The Bharatiya Janata Party is busy trying to take maximum credit for the passage of the Women's Reservation Bill by the Rajya Sabha on Tuesday even as it openly expressed fears that the Congress would run away with expected positive political fallout.

Leaders of the Opposition in the two Houses of Parliament, Sushma Swaraj and Arun Jaitley, made it plain they took the initiative to ensure support from almost all the parties of the National Democratic Alliance (minus a section of the Janata Dal – United) and they also insisted on a proper debate and order at the time of voting.

They criticised the vandalism in the Rajya Sabha by those opposing the Bill and claimed it was their initiative that prevented a possible disgraceful presence of marshals in the House during the vote on the Bill.

“The uprooting of microphones, the climbing on the podium of the Chairman was shameful behaviour,” said Ms. Swaraj even as she criticised the Congress for not consulting and taking on board parties of the Opposition that were supporting the Bill. “We learnt from newspapers that the women's Bill constitutional amendment was being brought in in the Rajya Sabha on Monday,” she said. “All that has somewhat clouded my happiness on the passing of the Bill.”

The BJP's charge was that the government was inclined to put the Bill to vote without a debate, which would have also been disgraceful. Mr. Jaitley made the point that it was the BJP that had insisted on a proper debate, after which other parties took the same view. It was also the BJP that objected to presence of marshals when the division was called out and members asked to vote.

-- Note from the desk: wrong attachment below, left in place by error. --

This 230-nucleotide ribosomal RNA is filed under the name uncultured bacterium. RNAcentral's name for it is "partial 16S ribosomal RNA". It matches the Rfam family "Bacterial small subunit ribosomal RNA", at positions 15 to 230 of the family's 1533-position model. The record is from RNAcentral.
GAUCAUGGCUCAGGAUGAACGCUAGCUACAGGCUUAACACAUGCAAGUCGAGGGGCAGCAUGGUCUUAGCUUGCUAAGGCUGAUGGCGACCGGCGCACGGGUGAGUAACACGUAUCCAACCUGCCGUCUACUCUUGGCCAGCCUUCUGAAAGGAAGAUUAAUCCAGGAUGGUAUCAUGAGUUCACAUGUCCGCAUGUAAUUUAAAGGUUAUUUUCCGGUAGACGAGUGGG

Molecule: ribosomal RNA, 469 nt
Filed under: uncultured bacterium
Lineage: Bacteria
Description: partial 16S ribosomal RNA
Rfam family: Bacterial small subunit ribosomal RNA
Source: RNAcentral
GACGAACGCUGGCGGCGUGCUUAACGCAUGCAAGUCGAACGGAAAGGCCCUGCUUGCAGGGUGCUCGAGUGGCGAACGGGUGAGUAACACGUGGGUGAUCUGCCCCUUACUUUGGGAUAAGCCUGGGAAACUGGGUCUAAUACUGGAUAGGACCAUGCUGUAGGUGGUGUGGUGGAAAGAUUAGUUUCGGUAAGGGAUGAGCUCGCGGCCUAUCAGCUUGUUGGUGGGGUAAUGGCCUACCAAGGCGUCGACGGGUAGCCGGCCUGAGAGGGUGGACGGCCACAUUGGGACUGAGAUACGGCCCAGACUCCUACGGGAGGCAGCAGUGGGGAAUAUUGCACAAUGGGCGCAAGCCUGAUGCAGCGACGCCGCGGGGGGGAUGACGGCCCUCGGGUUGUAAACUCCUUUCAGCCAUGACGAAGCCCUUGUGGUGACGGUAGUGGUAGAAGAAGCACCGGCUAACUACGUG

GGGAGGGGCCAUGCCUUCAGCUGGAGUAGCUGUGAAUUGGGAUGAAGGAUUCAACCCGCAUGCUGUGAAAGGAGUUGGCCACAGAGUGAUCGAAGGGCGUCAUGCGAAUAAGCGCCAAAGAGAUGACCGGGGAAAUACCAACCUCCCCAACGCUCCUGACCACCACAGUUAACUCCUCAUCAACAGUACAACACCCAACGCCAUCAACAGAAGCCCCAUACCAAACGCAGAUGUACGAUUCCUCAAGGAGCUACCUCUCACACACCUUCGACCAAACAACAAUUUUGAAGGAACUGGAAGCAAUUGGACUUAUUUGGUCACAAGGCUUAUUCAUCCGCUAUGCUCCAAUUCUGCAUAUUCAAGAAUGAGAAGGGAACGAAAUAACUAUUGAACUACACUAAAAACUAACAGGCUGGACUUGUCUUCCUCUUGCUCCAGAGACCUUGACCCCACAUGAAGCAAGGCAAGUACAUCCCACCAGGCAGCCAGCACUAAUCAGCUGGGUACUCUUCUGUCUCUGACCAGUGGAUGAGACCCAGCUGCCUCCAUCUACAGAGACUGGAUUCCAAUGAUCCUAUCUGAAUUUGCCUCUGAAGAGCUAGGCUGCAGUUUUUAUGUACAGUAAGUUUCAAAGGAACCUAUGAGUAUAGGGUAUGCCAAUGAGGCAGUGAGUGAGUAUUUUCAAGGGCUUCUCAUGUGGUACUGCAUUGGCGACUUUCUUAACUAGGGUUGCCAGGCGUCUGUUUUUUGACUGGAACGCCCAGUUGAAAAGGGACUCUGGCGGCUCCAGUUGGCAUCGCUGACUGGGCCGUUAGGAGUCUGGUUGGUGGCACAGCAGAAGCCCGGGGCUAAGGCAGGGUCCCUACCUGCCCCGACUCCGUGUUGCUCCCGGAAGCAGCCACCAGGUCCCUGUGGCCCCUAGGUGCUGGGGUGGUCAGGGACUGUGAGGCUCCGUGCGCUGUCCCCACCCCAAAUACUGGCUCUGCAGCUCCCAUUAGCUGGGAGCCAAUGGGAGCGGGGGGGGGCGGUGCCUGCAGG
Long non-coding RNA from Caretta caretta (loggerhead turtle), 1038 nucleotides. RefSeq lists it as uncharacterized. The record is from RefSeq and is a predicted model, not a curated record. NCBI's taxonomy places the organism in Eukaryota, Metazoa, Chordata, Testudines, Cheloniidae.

The party was also categorical in maintaining that it was committed to this piece of legislation that took to its logical conclusion the process that had begun with reservation for women in panchayats and local bodies. Ms. Swaraj recalled that way back in 1994 after the reservation was provided for women in local bodies, the BJP national council meeting in Vadodara had adopted a resolution supporting political reservation for women in the Lok Sabha and State Assemblies. The resolution was moved by the then party president, L.K. Advani, and pushed through without a debate.

Ms. Swaraj also recalled that when she was Parliamentary Affairs Minister in the Vajpayee government and met the then Leader of the Opposition, Sonia Gandhi, for support for the Bill, Ms. Gandhi had assured her: “I will fully support you. It was my husband's dream.”

Mr. Jaitley was vocal in his support for the principle of rotation of reserved seats envisaged in the Bill and said it would usher in a social revolution, preparing the ground for women leaders throughout the country.

And above all, the party received the go-ahead from its new president Nitin Gadkari, who had called a meeting of the party's core committee to send a strong message to the party cadre that the Bill must be supported by the BJP.

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